Mobile may not yet have its own promotional Week in New York, but the industry is crashing Advertising Week this year with its own one-day event. Sponsored by Jumptap, Admob, Quattro Wireless and Mojiva, the Mobile Ad Summit might better be called the Mobile Ad Network Summit.
There was a bit of a collective cyber-jaw-dropping over the release of AdMob's Mobile Metrics Report Thursday. With the revelation that Apple's app economy is estimated -- and that should be "estimated" with a capital "E" -- to be worth something in the neighborhood of $2.4 billion annually, there were the requisite comparisons to the GDPs of small African countries and general headshaking and hysterical laughter. Putting aside the applause for Apple, what the report reveals about the rise of Android seems to be a bit more intriguing.
The prospects for mobile payments are looking up. In one initiative, Facebook is looking to expand its virtual currency system to cell phones through a new service it's testing that would let users enter their mobile number rather than credit card information to buy Facebook Credits or virtual goods.
Microsoft this week announced the release of OneApp, a free offering for feature phone that provides access to applications like Facebook and Twitter without using up much memory. Aimed at mobile users in emerging markets, OneApp will launch with South African operator Blue Label Telecoms and ship with more than a dozen mobile apps.
The iPhone in July continued to dominate mobile devices as an ad vehicle, accounting for 12.2% of mobile ad impressions, up from 8.6% in June, according new monthly data from mobile ad network Millennial Media.
The lines among handset makers, computer makers and software companies continue to blur as devices become universal and fungible. The latest example is Nokia announcing plans Monday to get into the PC business with a mini notebook computer to help bolster weak handset sales.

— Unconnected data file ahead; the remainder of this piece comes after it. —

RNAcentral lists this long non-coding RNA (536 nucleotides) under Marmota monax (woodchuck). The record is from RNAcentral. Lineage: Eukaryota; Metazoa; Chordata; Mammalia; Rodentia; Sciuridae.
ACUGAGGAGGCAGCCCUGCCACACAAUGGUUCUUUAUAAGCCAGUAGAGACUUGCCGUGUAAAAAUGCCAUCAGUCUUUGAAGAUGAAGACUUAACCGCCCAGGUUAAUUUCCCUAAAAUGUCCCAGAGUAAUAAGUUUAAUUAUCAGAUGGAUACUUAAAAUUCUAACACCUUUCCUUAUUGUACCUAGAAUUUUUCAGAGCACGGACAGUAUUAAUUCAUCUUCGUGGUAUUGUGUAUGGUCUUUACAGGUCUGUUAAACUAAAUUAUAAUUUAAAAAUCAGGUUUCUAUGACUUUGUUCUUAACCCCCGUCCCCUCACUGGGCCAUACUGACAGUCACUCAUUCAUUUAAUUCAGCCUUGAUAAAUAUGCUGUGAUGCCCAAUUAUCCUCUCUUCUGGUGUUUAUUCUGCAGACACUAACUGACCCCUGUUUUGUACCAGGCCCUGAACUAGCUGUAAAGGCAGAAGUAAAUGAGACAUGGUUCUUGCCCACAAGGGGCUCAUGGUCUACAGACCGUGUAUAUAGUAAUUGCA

Mobile ad network Greystripe has coined the term "iPhone mom" to describe the 29.5% of iPhone users on its network that are mothers and household decision makers. "Our insights report shows the iPhone mom is becoming the most significant purchase influencer and decision maker in the iPhone community," said Greystripe CEO Michael Chang, in a statement about the data released Thursday.
The Pew Internet & American Life Project says it's working on its latest survey on how teens and their parents use mobile phones. The latest results won't come out until early 2010, so Pew repackaged some of data from surveys on teens and mobile from the last five years in a new report to tide over anyone (like mobile marketers) anxiously awaiting new insights on the subject.
UK-based Juniper Research offers the latest bullish forecast on mobile advertising, predicting spending worldwide will grow to $5.7 billion by 2014 (from $1 billion in 2008). The telecom research firm expects mobile ad budgets to grow strongly over the next five years, with the mobile Internet becoming the main advertising channel.
Palm today announced opening the doors to developers who want to sell apps via the handset maker's online storefront for the Pre. Developers can now start submitting apps for consideration in Palm's App Catalog e-commerce beta program kicking off in mid-September. As with other mobile app stores, developers will get a 70% cut of sales with Palm keeping the balance.